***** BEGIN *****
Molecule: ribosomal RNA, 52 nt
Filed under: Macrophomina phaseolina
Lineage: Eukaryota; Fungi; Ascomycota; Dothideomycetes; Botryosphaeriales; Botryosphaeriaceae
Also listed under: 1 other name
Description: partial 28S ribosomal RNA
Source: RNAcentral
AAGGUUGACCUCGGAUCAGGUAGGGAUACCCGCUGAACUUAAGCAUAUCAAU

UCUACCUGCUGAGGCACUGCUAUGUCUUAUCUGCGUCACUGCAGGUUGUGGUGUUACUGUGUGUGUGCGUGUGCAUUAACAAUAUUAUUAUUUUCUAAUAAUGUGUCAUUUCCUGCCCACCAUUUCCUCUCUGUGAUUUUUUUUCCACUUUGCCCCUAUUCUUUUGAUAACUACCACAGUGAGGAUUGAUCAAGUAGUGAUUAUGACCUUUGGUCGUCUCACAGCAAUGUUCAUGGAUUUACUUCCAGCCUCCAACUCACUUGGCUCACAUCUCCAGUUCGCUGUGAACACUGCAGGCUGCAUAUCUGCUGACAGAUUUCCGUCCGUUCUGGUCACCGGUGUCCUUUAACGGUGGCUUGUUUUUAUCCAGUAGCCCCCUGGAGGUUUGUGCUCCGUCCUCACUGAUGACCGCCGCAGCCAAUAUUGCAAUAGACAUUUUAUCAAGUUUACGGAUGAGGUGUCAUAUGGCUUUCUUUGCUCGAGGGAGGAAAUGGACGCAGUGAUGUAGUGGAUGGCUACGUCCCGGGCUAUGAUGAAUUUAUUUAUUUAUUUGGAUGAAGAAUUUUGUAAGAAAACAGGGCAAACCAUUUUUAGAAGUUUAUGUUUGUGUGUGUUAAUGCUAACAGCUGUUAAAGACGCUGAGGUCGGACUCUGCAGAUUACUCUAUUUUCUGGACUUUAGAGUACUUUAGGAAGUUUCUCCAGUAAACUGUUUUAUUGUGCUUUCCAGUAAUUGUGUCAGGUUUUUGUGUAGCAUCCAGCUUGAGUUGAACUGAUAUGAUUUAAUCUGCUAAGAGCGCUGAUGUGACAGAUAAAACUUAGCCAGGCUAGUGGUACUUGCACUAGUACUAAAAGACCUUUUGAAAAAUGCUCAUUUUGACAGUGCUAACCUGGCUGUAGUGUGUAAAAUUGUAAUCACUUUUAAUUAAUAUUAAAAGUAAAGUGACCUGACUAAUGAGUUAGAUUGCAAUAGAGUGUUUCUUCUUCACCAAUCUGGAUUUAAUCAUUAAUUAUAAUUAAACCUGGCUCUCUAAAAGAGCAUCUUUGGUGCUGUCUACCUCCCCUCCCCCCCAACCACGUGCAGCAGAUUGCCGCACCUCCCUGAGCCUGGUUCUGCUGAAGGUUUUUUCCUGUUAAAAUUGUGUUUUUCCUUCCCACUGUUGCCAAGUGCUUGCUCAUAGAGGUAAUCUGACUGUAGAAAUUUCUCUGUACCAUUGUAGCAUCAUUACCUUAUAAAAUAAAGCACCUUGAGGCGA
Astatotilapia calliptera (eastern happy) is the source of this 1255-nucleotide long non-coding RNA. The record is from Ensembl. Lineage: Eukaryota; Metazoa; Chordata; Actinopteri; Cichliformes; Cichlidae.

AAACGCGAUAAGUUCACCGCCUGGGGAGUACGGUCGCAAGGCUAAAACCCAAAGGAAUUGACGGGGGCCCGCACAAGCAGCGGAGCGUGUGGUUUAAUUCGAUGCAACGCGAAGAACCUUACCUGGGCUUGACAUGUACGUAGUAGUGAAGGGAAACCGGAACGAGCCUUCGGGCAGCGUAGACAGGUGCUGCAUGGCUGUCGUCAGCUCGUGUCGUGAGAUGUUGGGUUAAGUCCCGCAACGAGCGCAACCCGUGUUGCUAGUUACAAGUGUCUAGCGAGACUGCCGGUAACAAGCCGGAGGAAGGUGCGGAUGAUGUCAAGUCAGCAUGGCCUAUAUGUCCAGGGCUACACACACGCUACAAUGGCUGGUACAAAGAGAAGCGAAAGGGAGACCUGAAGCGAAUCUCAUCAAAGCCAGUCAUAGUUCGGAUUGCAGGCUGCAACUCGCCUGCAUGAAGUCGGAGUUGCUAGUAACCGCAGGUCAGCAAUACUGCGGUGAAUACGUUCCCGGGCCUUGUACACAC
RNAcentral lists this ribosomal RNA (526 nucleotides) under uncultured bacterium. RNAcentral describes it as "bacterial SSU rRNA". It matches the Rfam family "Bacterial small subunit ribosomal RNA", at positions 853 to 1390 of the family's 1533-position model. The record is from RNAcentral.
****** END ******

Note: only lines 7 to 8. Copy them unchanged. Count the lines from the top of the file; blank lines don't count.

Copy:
AAGGUUGACCUCGGAUCAGGUAGGGAUACCCGCUGAACUUAAGCAUAUCAAU

UCUACCUGCUGAGGCACUGCUAUGUCUUAUCUGCGUCACUGCAGGUUGUGGUGUUACUGUGUGUGUGCGUGUGCAUUAACAAUAUUAUUAUUUUCUAAUAAUGUGUCAUUUCCUGCCCACCAUUUCCUCUCUGUGAUUUUUUUUCCACUUUGCCCCUAUUCUUUUGAUAACUACCACAGUGAGGAUUGAUCAAGUAGUGAUUAUGACCUUUGGUCGUCUCACAGCAAUGUUCAUGGAUUUACUUCCAGCCUCCAACUCACUUGGCUCACAUCUCCAGUUCGCUGUGAACACUGCAGGCUGCAUAUCUGCUGACAGAUUUCCGUCCGUUCUGGUCACCGGUGUCCUUUAACGGUGGCUUGUUUUUAUCCAGUAGCCCCCUGGAGGUUUGUGCUCCGUCCUCACUGAUGACCGCCGCAGCCAAUAUUGCAAUAGACAUUUUAUCAAGUUUACGGAUGAGGUGUCAUAUGGCUUUCUUUGCUCGAGGGAGGAAAUGGACGCAGUGAUGUAGUGGAUGGCUACGUCCCGGGCUAUGAUGAAUUUAUUUAUUUAUUUGGAUGAAGAAUUUUGUAAGAAAACAGGGCAAACCAUUUUUAGAAGUUUAUGUUUGUGUGUGUUAAUGCUAACAGCUGUUAAAGACGCUGAGGUCGGACUCUGCAGAUUACUCUAUUUUCUGGACUUUAGAGUACUUUAGGAAGUUUCUCCAGUAAACUGUUUUAUUGUGCUUUCCAGUAAUUGUGUCAGGUUUUUGUGUAGCAUCCAGCUUGAGUUGAACUGAUAUGAUUUAAUCUGCUAAGAGCGCUGAUGUGACAGAUAAAACUUAGCCAGGCUAGUGGUACUUGCACUAGUACUAAAAGACCUUUUGAAAAAUGCUCAUUUUGACAGUGCUAACCUGGCUGUAGUGUGUAAAAUUGUAAUCACUUUUAAUUAAUAUUAAAAGUAAAGUGACCUGACUAAUGAGUUAGAUUGCAAUAGAGUGUUUCUUCUUCACCAAUCUGGAUUUAAUCAUUAAUUAUAAUUAAACCUGGCUCUCUAAAAGAGCAUCUUUGGUGCUGUCUACCUCCCCUCCCCCCCAACCACGUGCAGCAGAUUGCCGCACCUCCCUGAGCCUGGUUCUGCUGAAGGUUUUUUCCUGUUAAAAUUGUGUUUUUCCUUCCCACUGUUGCCAAGUGCUUGCUCAUAGAGGUAAUCUGACUGUAGAAAUUUCUCUGUACCAUUGUAGCAUCAUUACCUUAUAAAAUAAAGCACCUUGAGGCGA